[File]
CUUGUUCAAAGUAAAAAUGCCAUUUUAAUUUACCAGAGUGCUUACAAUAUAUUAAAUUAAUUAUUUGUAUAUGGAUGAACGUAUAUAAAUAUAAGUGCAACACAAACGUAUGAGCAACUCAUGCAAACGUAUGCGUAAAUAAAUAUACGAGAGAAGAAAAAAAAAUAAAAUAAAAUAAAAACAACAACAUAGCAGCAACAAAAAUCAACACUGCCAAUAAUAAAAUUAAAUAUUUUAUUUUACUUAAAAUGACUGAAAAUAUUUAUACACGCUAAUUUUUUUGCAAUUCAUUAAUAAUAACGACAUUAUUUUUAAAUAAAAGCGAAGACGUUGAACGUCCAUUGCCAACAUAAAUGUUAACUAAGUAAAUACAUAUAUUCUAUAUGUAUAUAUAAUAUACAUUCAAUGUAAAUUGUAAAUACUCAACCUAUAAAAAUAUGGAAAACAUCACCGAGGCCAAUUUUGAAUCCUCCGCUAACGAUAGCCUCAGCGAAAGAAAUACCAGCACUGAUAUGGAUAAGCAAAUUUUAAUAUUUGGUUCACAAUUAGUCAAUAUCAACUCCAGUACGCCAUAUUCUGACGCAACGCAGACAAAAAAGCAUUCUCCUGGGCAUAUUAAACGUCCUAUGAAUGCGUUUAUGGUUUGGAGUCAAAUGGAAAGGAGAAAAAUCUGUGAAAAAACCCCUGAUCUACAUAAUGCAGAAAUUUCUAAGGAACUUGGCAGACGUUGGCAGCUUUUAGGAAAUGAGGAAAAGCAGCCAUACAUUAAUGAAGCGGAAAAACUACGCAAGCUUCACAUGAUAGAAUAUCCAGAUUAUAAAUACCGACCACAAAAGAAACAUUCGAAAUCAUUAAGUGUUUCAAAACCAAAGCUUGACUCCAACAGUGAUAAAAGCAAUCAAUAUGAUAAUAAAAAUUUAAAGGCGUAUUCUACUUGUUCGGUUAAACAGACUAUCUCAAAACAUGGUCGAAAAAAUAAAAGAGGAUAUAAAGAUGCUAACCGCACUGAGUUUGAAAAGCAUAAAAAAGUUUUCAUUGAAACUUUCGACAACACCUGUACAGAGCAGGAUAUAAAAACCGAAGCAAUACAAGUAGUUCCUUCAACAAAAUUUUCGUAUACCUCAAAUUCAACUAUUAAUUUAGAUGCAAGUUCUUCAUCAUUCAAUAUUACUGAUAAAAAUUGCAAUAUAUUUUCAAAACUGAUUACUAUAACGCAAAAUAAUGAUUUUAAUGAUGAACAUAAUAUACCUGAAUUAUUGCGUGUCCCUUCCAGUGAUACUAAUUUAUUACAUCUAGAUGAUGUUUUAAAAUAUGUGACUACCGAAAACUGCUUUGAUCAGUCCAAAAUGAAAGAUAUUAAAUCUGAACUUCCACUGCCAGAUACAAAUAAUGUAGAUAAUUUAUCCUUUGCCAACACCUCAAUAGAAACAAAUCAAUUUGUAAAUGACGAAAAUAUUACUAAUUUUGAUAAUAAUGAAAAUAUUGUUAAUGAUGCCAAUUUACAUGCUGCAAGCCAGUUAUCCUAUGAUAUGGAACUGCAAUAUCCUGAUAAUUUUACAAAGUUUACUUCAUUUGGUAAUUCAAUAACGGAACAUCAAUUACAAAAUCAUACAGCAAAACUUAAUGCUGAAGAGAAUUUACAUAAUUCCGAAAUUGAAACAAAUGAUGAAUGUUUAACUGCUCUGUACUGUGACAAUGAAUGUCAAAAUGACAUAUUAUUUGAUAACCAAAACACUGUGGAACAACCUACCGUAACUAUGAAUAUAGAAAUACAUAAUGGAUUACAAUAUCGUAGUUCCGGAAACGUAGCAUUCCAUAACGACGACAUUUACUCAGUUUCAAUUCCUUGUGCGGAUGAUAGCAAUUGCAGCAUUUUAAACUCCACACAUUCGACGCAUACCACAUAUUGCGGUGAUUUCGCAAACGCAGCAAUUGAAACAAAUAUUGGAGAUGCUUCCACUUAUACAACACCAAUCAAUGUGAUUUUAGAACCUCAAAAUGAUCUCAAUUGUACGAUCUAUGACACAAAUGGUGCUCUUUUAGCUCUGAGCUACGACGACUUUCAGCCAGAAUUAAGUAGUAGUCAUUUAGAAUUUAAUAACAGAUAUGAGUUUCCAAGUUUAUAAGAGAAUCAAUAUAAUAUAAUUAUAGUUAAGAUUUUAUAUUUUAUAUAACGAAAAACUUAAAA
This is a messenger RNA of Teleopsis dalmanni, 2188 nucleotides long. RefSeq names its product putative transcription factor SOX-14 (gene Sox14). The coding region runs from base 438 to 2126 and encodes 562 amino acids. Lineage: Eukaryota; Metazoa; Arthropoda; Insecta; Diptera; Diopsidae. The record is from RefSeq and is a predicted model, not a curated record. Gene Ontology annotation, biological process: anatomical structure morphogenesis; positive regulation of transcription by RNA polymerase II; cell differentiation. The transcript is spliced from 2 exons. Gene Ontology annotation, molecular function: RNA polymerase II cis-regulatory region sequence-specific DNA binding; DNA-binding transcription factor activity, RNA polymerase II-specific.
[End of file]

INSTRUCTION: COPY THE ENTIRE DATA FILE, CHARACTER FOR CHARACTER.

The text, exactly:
CUUGUUCAAAGUAAAAAUGCCAUUUUAAUUUACCAGAGUGCUUACAAUAUAUUAAAUUAAUUAUUUGUAUAUGGAUGAACGUAUAUAAAUAUAAGUGCAACACAAACGUAUGAGCAACUCAUGCAAACGUAUGCGUAAAUAAAUAUACGAGAGAAGAAAAAAAAAUAAAAUAAAAUAAAAACAACAACAUAGCAGCAACAAAAAUCAACACUGCCAAUAAUAAAAUUAAAUAUUUUAUUUUACUUAAAAUGACUGAAAAUAUUUAUACACGCUAAUUUUUUUGCAAUUCAUUAAUAAUAACGACAUUAUUUUUAAAUAAAAGCGAAGACGUUGAACGUCCAUUGCCAACAUAAAUGUUAACUAAGUAAAUACAUAUAUUCUAUAUGUAUAUAUAAUAUACAUUCAAUGUAAAUUGUAAAUACUCAACCUAUAAAAAUAUGGAAAACAUCACCGAGGCCAAUUUUGAAUCCUCCGCUAACGAUAGCCUCAGCGAAAGAAAUACCAGCACUGAUAUGGAUAAGCAAAUUUUAAUAUUUGGUUCACAAUUAGUCAAUAUCAACUCCAGUACGCCAUAUUCUGACGCAACGCAGACAAAAAAGCAUUCUCCUGGGCAUAUUAAACGUCCUAUGAAUGCGUUUAUGGUUUGGAGUCAAAUGGAAAGGAGAAAAAUCUGUGAAAAAACCCCUGAUCUACAUAAUGCAGAAAUUUCUAAGGAACUUGGCAGACGUUGGCAGCUUUUAGGAAAUGAGGAAAAGCAGCCAUACAUUAAUGAAGCGGAAAAACUACGCAAGCUUCACAUGAUAGAAUAUCCAGAUUAUAAAUACCGACCACAAAAGAAACAUUCGAAAUCAUUAAGUGUUUCAAAACCAAAGCUUGACUCCAACAGUGAUAAAAGCAAUCAAUAUGAUAAUAAAAAUUUAAAGGCGUAUUCUACUUGUUCGGUUAAACAGACUAUCUCAAAACAUGGUCGAAAAAAUAAAAGAGGAUAUAAAGAUGCUAACCGCACUGAGUUUGAAAAGCAUAAAAAAGUUUUCAUUGAAACUUUCGACAACACCUGUACAGAGCAGGAUAUAAAAACCGAAGCAAUACAAGUAGUUCCUUCAACAAAAUUUUCGUAUACCUCAAAUUCAACUAUUAAUUUAGAUGCAAGUUCUUCAUCAUUCAAUAUUACUGAUAAAAAUUGCAAUAUAUUUUCAAAACUGAUUACUAUAACGCAAAAUAAUGAUUUUAAUGAUGAACAUAAUAUACCUGAAUUAUUGCGUGUCCCUUCCAGUGAUACUAAUUUAUUACAUCUAGAUGAUGUUUUAAAAUAUGUGACUACCGAAAACUGCUUUGAUCAGUCCAAAAUGAAAGAUAUUAAAUCUGAACUUCCACUGCCAGAUACAAAUAAUGUAGAUAAUUUAUCCUUUGCCAACACCUCAAUAGAAACAAAUCAAUUUGUAAAUGACGAAAAUAUUACUAAUUUUGAUAAUAAUGAAAAUAUUGUUAAUGAUGCCAAUUUACAUGCUGCAAGCCAGUUAUCCUAUGAUAUGGAACUGCAAUAUCCUGAUAAUUUUACAAAGUUUACUUCAUUUGGUAAUUCAAUAACGGAACAUCAAUUACAAAAUCAUACAGCAAAACUUAAUGCUGAAGAGAAUUUACAUAAUUCCGAAAUUGAAACAAAUGAUGAAUGUUUAACUGCUCUGUACUGUGACAAUGAAUGUCAAAAUGACAUAUUAUUUGAUAACCAAAACACUGUGGAACAACCUACCGUAACUAUGAAUAUAGAAAUACAUAAUGGAUUACAAUAUCGUAGUUCCGGAAACGUAGCAUUCCAUAACGACGACAUUUACUCAGUUUCAAUUCCUUGUGCGGAUGAUAGCAAUUGCAGCAUUUUAAACUCCACACAUUCGACGCAUACCACAUAUUGCGGUGAUUUCGCAAACGCAGCAAUUGAAACAAAUAUUGGAGAUGCUUCCACUUAUACAACACCAAUCAAUGUGAUUUUAGAACCUCAAAAUGAUCUCAAUUGUACGAUCUAUGACACAAAUGGUGCUCUUUUAGCUCUGAGCUACGACGACUUUCAGCCAGAAUUAAGUAGUAGUCAUUUAGAAUUUAAUAACAGAUAUGAGUUUCCAAGUUUAUAAGAGAAUCAAUAUAAUAUAAUUAUAGUUAAGAUUUUAUAUUUUAUAUAACGAAAAACUUAAAA
This is a messenger RNA of Teleopsis dalmanni, 2188 nucleotides long. RefSeq names its product putative transcription factor SOX-14 (gene Sox14). The coding region runs from base 438 to 2126 and encodes 562 amino acids. Lineage: Eukaryota; Metazoa; Arthropoda; Insecta; Diptera; Diopsidae. The record is from RefSeq and is a predicted model, not a curated record. Gene Ontology annotation, biological process: anatomical structure morphogenesis; positive regulation of transcription by RNA polymerase II; cell differentiation. The transcript is spliced from 2 exons. Gene Ontology annotation, molecular function: RNA polymerase II cis-regulatory region sequence-specific DNA binding; DNA-binding transcription factor activity, RNA polymerase II-specific.